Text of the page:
He who knows when enough is enough will not overshoot and always have enough. Wealth as 'more and more' was an easy sell that merely required a shameless pandering to dreams of avarice. But that too shall pass away.
Note: So far as I know I've never had an original thought and every sentence should be referenced, meaning every phrase is plagiarized—I just don't know from where. I suppose I could google every phrase and annotate them, but that would be tedious for all. Some bits and pieces I do know where they came from. I recently wrote "some of those who chose descent into maelström" which is appropriated from an Edgar Allan Poe story. Then there is the image above. Click on it and go to the site I stole it from with minor modifications (I'm a Kopimist since what appears proprietary and original is an illusion and the only honest thing we can say of acts of creation is that "it came to me"). At least if I steal an image I host it and don't just link to it.
The title is a tweaked version of the Odum's "A Prosperous Way Down" from which a number of to-dos were kopied. I happened to read H.T. Odum's "Environment, Power, and Society" when it was a new book back in the early 1970's. In ways too complex to follow, my every thought since has been to some extent shaped by Odum's grasp of reality (and that of others). To say the course of my life was altered may be understatement.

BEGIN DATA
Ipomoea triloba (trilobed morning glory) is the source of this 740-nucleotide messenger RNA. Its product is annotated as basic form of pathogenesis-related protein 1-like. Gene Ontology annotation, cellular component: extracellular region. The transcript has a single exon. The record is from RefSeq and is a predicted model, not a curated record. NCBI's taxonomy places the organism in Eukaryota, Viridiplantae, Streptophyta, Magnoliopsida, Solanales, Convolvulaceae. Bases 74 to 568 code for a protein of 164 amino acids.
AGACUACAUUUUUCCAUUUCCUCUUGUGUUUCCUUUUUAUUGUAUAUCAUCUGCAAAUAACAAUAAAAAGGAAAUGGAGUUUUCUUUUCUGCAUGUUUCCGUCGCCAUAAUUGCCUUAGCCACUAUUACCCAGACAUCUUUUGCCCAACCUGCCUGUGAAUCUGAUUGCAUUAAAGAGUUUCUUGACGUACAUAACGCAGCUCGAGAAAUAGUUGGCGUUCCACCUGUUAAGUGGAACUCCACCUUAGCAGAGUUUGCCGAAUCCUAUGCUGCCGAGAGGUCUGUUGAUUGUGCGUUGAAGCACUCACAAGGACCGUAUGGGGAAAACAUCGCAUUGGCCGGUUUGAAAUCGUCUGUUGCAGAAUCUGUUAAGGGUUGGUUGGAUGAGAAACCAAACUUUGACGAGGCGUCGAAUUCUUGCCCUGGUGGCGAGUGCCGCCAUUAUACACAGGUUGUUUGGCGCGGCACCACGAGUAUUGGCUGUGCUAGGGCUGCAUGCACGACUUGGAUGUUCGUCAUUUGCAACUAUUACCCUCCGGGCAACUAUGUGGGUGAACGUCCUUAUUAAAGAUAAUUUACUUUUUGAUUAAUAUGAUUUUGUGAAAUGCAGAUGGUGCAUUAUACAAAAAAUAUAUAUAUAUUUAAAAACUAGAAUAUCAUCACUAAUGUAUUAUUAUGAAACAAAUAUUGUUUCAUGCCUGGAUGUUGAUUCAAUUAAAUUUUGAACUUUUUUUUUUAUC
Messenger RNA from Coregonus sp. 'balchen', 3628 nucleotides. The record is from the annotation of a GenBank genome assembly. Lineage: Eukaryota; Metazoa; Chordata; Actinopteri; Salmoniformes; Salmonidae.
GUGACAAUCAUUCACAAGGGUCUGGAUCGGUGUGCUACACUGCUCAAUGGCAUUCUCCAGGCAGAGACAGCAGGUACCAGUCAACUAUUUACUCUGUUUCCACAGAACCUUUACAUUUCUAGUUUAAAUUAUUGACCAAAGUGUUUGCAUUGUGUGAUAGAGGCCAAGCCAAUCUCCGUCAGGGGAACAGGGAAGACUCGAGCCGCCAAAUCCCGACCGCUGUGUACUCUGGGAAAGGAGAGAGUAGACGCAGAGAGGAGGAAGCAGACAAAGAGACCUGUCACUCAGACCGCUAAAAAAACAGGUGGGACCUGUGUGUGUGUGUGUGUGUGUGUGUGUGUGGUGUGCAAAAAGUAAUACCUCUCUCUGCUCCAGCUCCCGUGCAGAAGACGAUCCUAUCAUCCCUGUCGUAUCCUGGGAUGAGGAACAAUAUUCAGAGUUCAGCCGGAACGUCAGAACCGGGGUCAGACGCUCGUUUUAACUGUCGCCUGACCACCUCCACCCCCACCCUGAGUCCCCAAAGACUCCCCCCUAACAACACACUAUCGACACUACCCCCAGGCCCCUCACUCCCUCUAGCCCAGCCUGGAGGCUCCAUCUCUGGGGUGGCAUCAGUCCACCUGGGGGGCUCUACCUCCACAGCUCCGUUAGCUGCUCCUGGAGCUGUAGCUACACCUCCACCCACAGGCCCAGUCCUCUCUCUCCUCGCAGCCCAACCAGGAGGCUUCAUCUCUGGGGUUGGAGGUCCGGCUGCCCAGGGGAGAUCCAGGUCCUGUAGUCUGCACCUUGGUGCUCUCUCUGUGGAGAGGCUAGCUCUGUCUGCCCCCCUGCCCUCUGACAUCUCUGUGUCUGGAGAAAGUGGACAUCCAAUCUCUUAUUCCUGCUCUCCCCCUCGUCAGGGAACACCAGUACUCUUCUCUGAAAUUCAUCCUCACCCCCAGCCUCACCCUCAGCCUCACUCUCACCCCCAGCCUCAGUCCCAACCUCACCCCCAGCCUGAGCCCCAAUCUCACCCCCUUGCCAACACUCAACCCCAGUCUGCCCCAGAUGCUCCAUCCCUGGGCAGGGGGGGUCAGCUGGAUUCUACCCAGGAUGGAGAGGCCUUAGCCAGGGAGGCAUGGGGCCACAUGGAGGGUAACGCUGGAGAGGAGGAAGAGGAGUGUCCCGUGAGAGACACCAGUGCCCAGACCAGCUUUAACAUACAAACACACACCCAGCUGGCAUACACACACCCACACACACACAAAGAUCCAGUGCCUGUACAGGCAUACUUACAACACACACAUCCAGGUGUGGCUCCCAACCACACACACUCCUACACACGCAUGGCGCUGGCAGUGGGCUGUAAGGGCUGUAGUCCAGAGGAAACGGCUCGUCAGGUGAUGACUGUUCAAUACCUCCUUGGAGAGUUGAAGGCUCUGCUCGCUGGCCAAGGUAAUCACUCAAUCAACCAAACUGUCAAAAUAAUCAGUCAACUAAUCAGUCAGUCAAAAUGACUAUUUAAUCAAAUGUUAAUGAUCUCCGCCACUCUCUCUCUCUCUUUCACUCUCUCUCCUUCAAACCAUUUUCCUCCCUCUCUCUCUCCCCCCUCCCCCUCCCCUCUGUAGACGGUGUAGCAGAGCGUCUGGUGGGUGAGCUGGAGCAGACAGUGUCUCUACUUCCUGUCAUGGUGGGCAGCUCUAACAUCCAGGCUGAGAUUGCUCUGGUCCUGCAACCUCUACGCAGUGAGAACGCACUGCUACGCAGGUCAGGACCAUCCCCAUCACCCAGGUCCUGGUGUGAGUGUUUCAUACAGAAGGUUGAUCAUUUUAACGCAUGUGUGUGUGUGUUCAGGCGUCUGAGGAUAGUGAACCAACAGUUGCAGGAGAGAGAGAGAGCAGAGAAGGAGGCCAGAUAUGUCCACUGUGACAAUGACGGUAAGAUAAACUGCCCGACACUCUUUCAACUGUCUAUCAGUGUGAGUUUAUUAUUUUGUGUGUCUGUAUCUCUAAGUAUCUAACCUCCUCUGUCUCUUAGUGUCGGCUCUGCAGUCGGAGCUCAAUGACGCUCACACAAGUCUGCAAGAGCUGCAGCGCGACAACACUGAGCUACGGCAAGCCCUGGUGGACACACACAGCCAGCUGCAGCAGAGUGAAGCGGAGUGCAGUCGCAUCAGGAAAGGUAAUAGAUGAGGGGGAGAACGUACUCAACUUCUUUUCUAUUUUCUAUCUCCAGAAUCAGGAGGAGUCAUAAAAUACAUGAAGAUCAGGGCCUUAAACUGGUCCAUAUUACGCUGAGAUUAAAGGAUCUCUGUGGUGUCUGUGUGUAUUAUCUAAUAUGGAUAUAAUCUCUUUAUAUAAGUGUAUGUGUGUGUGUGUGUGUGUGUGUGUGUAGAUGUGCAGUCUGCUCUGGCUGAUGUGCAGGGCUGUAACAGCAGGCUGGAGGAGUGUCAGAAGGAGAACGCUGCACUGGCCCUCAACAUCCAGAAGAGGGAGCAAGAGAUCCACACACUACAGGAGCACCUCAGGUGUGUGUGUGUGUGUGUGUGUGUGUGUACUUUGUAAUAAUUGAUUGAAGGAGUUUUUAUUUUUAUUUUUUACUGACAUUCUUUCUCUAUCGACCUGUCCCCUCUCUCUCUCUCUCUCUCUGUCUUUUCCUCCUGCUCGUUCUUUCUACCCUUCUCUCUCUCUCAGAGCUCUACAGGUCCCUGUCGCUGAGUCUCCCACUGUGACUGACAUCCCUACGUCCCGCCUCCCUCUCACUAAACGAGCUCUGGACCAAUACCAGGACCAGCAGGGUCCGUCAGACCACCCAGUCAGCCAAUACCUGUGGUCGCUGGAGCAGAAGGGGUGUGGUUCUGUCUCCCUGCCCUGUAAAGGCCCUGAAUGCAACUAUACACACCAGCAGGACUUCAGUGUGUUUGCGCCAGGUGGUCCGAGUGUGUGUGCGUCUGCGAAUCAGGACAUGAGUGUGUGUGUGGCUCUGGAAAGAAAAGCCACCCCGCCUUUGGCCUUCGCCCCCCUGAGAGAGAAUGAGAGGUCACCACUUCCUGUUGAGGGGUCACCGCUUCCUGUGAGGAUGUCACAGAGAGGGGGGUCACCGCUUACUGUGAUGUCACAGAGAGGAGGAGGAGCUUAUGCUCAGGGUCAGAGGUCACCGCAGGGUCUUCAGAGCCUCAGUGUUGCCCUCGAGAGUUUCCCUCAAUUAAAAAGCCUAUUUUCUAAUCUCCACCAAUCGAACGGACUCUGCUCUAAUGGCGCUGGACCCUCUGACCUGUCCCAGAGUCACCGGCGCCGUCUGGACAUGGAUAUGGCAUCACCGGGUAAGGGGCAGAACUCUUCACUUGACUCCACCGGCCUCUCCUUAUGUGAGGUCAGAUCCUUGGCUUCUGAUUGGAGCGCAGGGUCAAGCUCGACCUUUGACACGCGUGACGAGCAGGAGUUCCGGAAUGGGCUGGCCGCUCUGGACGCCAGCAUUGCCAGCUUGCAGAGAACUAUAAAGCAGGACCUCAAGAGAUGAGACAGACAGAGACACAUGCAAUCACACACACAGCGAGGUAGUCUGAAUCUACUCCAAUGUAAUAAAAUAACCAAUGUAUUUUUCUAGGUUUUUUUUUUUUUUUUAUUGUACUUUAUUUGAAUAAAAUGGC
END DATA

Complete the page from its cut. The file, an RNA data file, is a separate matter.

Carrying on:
In science it is not uncommon that those responsible for paradigm shifts are overlooked by many and most during their lifetime. I consider Odum to be as requisite to understanding the biosphere/life as Kepler was to understanding the solar system. To summarize Odum in three words I'd go with "system over self," and, yes, that is a paradigm shift from business-as-usual thinking and it leads to other shifts.
I have no grasp of "self" apart from "system" within which we selves are embedded. We have neither a truly separate nor individuated existence and our star stuff will reenter the system as a water drop in a waterfall will reenter the stream (every phrase of this sentence is plagiarized and I'm not going to cite sources, though I could). The better part of "my" DNA I share with a cabbage. Any grasp of things to come is best based on what-is and what has been insofar as we humans can best discern. Without a little help from Odum and ilk we may have no better chance to prosper than of flying to the moon by relying on Cyrano de Bergerac without Kepler. Compared to going to the moon, getting through the 21st century and emerging prosperous may be more challenging. Odum was one of the earliest and best macroscopists. More are needed.